We undertake the first large-sample examination of foreign tax holiday participation among U.S.corporations. Tax holidays are temporary reductions of tax granted by governments, usually inconjunction with new business investment. We find that foreign tax holidays are economicallyimportant phenomena and participation in them has increased over time. The percentage ofpublicly-traded U.S. firms reporting participation in at least one foreign tax holiday increasedmore than five-fold since the beginning of our sample in 1995. We estimate that the averageforeign tax holiday reduces the firm’s effective tax rate by 4.5 percentage points during theholiday period, which is over four times as large as the average effect of having a tax havensubsidiary. We find an unintended consequence of foreign governments granting tax holidays isthat, over the long run, they increase the amount of U.S. tax on foreign income. Indeed, ourestimates imply that participating in a foreign tax holiday roughly doubles the eventual U.S. taxon foreign income. Until now, research on foreign tax holiday participation has been hamperedby a lack of data. We hope that our initial evidence encourages others to investigate theseeconomically important phenomena.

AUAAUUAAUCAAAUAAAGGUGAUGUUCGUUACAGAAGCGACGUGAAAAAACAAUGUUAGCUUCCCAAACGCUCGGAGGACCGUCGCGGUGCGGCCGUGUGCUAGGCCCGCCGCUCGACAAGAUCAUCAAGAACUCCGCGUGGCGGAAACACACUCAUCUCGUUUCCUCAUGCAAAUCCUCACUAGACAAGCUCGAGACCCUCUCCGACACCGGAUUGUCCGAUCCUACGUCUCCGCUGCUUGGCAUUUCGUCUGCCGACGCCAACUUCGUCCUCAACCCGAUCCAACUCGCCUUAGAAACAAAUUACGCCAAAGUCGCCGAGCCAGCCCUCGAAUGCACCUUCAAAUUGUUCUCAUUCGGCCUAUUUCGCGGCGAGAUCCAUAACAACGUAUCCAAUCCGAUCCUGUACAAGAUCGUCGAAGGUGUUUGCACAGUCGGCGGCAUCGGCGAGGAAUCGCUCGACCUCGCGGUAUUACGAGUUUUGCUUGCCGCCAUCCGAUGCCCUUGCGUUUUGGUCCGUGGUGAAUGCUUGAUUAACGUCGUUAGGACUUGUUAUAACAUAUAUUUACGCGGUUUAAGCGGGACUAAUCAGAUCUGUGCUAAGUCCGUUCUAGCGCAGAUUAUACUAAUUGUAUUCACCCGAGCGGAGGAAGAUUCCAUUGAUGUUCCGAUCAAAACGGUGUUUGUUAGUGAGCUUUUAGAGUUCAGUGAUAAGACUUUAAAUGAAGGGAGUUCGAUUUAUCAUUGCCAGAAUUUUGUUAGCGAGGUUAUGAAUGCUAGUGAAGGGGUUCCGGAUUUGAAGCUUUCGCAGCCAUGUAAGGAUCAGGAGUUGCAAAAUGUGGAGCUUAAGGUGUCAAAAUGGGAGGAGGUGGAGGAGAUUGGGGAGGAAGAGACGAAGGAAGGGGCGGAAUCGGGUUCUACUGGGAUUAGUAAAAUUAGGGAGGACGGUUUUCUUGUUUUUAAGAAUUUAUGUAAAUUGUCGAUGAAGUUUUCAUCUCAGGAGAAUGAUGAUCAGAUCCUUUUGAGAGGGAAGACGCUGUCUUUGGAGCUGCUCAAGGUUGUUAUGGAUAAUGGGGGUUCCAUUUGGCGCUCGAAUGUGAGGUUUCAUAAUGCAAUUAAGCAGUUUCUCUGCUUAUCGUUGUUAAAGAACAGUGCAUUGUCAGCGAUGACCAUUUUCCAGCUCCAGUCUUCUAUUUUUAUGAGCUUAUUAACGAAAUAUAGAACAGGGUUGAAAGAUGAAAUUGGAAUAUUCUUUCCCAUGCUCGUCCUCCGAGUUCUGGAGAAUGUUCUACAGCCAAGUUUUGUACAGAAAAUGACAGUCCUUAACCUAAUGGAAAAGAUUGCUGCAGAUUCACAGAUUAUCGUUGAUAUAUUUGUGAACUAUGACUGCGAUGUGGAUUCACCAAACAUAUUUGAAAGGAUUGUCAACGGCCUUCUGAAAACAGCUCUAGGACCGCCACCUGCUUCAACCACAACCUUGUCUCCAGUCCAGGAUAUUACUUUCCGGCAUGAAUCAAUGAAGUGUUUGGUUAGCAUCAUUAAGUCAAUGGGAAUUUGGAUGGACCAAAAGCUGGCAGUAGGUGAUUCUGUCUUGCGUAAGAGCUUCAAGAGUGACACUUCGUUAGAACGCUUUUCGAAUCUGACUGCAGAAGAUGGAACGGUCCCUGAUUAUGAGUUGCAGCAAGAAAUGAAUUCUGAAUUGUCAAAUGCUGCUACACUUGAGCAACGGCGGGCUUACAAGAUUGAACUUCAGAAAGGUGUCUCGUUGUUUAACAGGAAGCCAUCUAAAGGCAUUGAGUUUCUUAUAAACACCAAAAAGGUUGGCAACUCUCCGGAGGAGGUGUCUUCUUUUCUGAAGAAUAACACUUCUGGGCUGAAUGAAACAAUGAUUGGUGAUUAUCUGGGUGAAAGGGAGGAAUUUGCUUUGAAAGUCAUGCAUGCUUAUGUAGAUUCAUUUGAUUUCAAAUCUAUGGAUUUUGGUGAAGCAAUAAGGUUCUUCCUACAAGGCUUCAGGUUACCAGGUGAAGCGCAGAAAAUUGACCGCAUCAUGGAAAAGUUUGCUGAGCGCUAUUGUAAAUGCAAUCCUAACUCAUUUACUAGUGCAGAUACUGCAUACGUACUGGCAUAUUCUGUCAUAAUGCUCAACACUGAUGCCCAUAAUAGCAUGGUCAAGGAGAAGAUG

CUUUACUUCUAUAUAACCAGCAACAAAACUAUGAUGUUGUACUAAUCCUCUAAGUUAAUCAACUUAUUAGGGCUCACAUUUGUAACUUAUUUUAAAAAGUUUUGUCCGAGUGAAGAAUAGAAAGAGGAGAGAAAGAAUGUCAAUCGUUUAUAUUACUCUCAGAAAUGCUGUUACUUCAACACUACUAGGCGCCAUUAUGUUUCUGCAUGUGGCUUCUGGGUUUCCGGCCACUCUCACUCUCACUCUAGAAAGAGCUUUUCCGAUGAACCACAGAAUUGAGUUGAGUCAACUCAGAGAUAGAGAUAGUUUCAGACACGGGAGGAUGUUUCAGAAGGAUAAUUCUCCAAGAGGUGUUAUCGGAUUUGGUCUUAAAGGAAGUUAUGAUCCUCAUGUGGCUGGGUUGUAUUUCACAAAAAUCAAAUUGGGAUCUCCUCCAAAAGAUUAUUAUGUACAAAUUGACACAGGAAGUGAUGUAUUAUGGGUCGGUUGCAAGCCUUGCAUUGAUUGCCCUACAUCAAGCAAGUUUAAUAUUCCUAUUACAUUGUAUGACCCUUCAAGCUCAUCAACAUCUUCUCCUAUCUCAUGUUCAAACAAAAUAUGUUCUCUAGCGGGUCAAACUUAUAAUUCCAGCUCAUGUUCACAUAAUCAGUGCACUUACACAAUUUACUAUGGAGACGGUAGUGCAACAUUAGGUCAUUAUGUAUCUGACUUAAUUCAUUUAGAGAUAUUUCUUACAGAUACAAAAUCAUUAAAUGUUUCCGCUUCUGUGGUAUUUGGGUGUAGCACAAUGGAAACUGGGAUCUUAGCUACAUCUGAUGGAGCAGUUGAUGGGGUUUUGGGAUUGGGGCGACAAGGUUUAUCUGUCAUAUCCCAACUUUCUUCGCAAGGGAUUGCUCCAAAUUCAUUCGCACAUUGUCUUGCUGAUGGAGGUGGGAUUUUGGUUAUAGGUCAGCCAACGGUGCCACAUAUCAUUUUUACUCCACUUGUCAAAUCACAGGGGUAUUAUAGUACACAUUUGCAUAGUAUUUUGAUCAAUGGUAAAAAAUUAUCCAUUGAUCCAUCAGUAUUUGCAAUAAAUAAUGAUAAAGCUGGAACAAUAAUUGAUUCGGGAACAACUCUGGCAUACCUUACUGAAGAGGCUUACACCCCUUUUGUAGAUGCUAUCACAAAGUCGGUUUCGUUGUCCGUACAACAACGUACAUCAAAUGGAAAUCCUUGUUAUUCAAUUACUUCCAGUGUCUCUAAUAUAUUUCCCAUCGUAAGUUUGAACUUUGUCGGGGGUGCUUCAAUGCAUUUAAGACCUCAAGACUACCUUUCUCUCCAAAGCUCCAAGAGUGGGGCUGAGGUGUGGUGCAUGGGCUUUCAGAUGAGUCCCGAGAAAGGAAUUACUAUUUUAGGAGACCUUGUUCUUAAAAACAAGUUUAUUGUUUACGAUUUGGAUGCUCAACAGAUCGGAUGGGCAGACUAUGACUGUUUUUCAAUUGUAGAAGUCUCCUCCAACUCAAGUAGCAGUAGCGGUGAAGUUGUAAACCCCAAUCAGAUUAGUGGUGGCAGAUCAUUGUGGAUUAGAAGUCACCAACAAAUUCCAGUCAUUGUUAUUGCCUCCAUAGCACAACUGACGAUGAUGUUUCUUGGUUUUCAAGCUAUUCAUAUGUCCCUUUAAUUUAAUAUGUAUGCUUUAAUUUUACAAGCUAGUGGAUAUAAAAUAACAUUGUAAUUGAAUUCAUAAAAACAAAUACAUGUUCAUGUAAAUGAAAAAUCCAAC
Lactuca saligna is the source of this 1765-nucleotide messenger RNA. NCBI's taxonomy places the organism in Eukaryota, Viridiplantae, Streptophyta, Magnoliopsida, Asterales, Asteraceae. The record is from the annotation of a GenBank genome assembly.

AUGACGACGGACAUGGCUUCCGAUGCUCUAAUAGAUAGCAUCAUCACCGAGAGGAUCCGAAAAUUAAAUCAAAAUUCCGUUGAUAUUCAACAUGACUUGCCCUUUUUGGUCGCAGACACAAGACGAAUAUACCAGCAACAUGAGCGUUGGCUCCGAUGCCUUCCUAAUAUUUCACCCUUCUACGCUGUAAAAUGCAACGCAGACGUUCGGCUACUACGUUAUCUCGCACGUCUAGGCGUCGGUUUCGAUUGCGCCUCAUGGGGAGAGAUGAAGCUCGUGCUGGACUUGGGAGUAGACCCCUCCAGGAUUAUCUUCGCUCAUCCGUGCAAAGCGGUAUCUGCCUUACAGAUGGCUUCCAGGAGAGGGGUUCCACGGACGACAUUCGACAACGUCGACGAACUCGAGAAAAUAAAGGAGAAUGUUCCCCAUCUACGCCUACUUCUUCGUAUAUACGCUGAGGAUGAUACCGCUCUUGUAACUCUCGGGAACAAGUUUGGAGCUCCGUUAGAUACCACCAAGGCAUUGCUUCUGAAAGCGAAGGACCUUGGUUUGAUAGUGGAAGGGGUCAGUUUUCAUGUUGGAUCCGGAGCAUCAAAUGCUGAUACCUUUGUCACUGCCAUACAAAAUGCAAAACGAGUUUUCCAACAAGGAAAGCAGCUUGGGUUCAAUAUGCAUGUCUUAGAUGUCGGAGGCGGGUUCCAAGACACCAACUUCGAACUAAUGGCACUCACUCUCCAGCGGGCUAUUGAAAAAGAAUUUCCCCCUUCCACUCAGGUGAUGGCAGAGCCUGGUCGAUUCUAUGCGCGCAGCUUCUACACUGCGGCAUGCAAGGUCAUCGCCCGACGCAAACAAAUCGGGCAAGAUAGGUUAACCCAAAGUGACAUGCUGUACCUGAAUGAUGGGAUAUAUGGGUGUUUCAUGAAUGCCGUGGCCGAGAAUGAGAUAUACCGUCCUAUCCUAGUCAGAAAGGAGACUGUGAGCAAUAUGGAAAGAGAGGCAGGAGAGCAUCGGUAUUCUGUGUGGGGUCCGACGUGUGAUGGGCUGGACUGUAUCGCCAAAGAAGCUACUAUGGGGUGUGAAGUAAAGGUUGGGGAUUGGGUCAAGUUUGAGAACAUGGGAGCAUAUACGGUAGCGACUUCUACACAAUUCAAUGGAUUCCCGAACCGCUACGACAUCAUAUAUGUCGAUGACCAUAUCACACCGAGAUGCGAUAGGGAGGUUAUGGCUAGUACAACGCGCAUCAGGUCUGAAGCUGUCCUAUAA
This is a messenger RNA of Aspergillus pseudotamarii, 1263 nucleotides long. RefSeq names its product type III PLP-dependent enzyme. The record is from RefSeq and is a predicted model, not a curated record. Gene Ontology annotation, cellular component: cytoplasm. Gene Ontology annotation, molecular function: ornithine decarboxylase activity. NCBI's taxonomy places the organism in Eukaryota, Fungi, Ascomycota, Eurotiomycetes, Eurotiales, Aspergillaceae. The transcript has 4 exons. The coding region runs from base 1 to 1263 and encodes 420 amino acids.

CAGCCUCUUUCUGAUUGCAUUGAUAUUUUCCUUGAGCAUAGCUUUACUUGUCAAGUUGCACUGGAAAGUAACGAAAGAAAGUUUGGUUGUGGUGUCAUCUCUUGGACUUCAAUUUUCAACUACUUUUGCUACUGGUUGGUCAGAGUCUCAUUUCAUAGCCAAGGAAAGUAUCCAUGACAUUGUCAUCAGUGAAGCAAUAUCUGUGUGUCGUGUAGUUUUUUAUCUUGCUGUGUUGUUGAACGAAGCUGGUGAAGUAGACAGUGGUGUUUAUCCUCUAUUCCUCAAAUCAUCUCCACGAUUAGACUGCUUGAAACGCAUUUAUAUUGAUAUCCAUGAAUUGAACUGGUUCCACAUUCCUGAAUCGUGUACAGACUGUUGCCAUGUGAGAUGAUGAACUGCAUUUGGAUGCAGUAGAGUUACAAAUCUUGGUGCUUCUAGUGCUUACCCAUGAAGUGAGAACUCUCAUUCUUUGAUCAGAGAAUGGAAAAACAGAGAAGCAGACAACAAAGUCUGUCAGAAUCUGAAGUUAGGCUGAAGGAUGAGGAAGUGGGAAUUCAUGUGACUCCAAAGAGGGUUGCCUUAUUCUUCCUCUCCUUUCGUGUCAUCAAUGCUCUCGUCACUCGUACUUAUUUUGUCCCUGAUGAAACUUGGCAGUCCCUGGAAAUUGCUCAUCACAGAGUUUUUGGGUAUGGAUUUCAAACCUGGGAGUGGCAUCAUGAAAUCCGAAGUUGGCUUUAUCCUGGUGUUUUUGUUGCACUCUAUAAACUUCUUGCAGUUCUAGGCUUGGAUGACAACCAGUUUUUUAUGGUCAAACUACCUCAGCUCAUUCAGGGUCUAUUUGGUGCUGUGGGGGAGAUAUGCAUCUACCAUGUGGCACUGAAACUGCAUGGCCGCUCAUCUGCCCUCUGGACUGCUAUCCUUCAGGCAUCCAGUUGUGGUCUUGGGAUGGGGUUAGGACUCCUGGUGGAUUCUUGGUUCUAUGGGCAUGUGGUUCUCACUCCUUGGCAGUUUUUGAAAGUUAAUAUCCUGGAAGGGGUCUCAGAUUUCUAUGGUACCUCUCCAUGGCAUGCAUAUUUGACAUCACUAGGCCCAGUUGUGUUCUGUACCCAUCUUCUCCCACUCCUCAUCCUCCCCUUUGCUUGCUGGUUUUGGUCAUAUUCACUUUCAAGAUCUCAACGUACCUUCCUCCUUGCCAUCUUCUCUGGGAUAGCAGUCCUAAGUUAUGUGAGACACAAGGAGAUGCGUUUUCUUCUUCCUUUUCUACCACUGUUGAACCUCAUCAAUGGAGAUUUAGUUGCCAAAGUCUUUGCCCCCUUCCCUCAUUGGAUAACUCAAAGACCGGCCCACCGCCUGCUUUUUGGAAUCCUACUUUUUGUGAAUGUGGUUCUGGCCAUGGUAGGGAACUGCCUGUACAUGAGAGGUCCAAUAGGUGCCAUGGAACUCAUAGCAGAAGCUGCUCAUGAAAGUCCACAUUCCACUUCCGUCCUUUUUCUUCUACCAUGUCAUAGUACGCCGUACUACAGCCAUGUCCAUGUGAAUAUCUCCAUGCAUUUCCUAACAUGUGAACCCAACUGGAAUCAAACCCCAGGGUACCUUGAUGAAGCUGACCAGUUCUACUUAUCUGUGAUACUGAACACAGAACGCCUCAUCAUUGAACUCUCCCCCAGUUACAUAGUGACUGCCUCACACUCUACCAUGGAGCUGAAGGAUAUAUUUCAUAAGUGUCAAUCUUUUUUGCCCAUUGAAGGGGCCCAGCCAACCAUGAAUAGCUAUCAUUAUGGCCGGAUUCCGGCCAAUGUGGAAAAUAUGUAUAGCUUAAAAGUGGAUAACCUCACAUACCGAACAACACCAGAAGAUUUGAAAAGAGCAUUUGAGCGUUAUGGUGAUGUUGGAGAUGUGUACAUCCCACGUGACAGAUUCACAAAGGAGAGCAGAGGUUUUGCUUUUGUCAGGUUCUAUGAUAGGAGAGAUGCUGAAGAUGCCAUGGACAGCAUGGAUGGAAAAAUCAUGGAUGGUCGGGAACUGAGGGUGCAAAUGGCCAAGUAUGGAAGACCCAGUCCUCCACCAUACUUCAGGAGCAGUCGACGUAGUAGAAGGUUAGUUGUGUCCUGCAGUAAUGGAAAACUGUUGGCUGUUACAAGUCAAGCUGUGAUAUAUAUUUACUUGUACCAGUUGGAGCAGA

Accounting | Corporate Finance
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CHOW, Travis K.; HOOPES, Jeffrey L.; and MAYDEW, Edward L..
A haven by any other name: The role of tax holidays in corporate tax avoidance. (2017). 1-51. Research Collection School Of Accountancy.
Available at: http://ink.library.smu.edu.sg/soa_research/1638
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